To use all functions of this page, please activate cookies in your browser.
With an accout for my.chemeurope.com you can always see everything at a glance – and you can configure your own website and individual newsletter.
- My watch list
- My saved searches
- My saved topics
- My newsletter
Gramine (also called donaxine) is a naturally occurring indole alkaloid present in several plant species. Gramine may play a defensive role in these plants, since it is toxic to many organisms.
Additional recommended knowledge
Gramine is used mostly in synthetic organic chemistry as a starting material for tryptophan syntheses.
All reactions of gramine follow the same general reaction scheme. Gramine is reacted with a strong electrophile, such as methyl iodide, to form the quaternary ammonium salt 2. The ammonium salt will undergo a Hofmann elimination or retro-Michael addition to give the very active intermediate 3, which can accept a wide range of nucleophiles to give the desired product 4.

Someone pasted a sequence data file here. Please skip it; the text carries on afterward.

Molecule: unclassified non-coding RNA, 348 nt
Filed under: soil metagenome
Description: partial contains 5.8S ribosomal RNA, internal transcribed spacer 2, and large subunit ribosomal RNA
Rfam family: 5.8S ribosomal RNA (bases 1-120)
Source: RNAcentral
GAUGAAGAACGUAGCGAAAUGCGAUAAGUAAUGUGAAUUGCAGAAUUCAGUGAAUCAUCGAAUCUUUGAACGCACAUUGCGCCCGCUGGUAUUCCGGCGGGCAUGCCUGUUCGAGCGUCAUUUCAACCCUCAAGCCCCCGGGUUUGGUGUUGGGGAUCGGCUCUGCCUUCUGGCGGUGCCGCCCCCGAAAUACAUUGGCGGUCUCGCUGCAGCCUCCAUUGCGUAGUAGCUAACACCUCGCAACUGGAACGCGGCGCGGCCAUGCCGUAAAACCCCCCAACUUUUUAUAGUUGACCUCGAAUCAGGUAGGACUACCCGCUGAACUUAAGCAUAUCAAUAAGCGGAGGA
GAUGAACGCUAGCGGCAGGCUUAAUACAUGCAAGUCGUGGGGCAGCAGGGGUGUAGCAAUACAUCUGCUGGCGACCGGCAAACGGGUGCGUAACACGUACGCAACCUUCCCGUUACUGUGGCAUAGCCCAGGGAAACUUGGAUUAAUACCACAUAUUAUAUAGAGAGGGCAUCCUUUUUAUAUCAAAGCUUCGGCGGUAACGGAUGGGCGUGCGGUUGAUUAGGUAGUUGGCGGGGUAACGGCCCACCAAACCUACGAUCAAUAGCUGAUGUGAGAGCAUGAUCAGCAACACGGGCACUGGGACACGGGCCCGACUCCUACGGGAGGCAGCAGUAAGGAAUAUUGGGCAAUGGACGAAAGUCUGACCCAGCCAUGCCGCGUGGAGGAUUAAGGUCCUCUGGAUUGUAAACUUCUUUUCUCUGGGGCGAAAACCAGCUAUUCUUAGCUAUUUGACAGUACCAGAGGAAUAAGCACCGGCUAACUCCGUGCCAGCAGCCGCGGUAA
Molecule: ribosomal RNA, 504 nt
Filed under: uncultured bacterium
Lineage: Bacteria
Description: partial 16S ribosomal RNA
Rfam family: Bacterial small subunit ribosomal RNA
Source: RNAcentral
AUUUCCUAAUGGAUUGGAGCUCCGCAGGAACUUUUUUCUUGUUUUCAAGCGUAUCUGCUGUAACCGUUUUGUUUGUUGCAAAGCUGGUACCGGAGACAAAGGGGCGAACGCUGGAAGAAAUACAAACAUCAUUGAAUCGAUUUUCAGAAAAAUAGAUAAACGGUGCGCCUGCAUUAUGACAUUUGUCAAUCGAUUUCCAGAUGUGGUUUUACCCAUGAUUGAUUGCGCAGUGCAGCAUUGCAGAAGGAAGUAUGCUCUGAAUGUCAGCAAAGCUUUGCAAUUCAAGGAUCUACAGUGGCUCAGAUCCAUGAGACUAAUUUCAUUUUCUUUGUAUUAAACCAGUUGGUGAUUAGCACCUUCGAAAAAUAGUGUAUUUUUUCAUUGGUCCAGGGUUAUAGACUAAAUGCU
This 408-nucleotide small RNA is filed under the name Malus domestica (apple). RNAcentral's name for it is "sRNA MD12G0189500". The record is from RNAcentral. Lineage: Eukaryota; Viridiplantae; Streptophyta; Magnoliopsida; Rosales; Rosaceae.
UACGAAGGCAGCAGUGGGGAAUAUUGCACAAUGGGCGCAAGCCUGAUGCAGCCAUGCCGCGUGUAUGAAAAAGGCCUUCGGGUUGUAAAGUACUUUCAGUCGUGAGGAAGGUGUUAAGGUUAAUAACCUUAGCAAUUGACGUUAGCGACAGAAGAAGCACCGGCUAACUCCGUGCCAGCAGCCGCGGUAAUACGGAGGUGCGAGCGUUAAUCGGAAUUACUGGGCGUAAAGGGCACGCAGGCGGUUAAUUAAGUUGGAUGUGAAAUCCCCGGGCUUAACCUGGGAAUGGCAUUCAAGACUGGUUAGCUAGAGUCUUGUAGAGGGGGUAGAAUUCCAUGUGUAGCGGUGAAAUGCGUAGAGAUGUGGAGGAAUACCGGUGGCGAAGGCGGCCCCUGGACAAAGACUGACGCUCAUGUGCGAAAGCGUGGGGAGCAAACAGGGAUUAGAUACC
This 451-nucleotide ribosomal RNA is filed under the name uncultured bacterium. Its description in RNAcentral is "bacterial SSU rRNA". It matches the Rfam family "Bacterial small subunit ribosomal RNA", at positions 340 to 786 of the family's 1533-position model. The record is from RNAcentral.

Gramine has been found in the Arundo, silver maple, Hordeum, and Phalaris plant species.
Despite being widely available in several plant species, gramine is far easier to synthesize directly from indole via a Mannich reaction with dimethylamine and formaldehyde.
|This article is licensed under the GNU Free Documentation License. It uses material from the Wikipedia article "Gramine". A list of authors is available in Wikipedia.|